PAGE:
# Vectors

Vectors explained. Reference to questions in c3&c4 book

- Created by: Nicola
- Created on: 24-06-10 01:33

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1

W8.1 Vector algebra

You may or may not have encountered vectors before.

They are quantities which have both magnitude and direction.

Think of them, if you like, as journey vectors,

representing a journey as a straight line, direct from its start to its finish.

We shall also use position vectors

[as the journey from the origin to the given point].

[In M1, we shall use vectors to represent force, acceleration, velocity,

momentum ...]

We shall develop our use of them, first, in two dimensions

and then stretch our results to three dimensions

[a stretch that is done very easily with vectors].

Notation

In geometry, AB can denote a line going from A to B

or the length of that line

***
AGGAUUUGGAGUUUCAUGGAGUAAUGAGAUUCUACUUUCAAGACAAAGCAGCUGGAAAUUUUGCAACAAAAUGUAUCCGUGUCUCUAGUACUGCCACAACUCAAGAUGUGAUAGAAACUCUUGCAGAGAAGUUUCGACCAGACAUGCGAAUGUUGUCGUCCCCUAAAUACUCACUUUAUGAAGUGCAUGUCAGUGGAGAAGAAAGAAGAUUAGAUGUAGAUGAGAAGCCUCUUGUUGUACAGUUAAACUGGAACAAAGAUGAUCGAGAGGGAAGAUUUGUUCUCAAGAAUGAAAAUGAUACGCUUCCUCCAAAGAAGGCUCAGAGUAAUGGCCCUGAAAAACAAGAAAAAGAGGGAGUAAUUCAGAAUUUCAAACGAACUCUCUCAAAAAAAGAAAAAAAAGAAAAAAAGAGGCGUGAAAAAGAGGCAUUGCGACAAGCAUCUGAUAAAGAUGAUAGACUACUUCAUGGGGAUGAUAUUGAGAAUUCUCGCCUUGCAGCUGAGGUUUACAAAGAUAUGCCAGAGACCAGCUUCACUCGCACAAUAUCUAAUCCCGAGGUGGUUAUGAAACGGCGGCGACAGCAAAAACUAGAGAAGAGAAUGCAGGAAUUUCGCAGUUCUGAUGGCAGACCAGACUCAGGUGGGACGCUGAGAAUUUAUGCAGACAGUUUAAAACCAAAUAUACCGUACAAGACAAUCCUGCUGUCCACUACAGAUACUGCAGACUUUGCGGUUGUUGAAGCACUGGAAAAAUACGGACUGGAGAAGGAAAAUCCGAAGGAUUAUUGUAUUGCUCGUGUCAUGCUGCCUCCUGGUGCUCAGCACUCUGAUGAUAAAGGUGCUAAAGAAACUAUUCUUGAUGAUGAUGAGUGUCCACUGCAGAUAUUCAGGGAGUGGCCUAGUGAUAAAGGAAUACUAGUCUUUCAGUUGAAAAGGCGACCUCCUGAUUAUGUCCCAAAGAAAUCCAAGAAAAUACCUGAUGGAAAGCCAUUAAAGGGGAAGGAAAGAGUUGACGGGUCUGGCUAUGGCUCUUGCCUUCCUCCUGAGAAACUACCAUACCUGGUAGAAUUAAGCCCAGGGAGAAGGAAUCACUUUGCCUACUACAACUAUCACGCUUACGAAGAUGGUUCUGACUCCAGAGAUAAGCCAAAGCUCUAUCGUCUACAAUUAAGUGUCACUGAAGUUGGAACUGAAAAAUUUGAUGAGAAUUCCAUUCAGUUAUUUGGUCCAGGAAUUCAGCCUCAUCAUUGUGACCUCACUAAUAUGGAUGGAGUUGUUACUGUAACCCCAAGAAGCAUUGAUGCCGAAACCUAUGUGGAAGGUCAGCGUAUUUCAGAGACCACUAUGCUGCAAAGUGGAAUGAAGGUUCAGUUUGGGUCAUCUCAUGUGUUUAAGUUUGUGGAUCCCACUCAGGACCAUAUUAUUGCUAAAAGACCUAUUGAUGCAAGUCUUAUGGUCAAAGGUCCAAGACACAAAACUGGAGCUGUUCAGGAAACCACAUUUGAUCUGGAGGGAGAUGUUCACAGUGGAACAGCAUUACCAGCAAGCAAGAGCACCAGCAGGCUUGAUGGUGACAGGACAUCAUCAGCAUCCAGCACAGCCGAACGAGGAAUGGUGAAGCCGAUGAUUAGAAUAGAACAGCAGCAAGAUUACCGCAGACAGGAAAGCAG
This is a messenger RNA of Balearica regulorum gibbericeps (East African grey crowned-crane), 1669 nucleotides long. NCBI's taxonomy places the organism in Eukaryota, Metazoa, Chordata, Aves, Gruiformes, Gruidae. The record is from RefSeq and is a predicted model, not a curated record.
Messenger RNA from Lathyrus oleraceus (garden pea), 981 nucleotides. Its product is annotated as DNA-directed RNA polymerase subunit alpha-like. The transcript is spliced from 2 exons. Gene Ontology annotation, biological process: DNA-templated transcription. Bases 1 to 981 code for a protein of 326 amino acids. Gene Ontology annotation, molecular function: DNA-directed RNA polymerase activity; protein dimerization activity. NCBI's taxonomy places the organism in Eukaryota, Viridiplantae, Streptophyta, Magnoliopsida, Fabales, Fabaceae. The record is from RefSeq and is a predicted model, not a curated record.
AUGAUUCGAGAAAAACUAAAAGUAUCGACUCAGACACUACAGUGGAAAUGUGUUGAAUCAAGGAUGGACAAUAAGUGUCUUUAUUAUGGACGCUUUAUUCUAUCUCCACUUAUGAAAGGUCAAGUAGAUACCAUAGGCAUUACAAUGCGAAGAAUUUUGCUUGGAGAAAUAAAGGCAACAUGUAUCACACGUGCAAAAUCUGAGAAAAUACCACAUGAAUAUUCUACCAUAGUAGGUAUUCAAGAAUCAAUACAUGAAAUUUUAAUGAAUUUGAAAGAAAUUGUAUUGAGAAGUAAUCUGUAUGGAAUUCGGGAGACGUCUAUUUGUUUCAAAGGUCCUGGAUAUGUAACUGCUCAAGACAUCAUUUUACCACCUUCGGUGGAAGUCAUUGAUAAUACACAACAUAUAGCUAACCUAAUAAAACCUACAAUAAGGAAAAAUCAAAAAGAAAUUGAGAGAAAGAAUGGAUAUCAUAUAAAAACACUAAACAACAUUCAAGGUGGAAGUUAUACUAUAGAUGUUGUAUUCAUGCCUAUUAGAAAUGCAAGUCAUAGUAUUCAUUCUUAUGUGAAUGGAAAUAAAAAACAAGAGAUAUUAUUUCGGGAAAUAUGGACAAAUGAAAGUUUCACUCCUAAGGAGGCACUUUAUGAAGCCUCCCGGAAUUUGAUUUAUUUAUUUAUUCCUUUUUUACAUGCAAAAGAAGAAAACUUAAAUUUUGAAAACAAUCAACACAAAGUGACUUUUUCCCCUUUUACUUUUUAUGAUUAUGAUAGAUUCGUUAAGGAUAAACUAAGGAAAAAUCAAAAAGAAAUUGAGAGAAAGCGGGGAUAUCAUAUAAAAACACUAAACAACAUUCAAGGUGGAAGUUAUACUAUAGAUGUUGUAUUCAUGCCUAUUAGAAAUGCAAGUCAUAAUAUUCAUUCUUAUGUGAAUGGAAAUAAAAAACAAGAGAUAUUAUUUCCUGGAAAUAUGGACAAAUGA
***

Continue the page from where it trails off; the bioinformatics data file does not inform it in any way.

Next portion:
[you have to tell from context which it means].

If you intend the line to be seen as a vector,

you must clearly indicate the direction in which the line is to traversed.

On a diagram, this is done by adding an arrow to the line.

You can also modify the name AB by putting an arrow over the letters:

with the name AB.

You can also refer to the vector with a single letter name

which must be in lower case bold: b.

[Upper case bold letters are reserves for the names of matrices

although these are not in our syllabus, we still ought to stick to the convention.]

In handwriting, you can't convincingly do bold,

so any single letter name for a vector must be underlined instead.

Another way of denoting a vector is with a column of numbers.

The vector shown here, which goes along 4 in the x direction and 3 in the y

direction, can be shown as vector .

If point A were the origin, then (4, 3) would be the coordinates of point B.

In you're A-Level work, a row like that will always be intended as a coordinate

pair and a column intended to be a vector.

CT Training 22/02/2010

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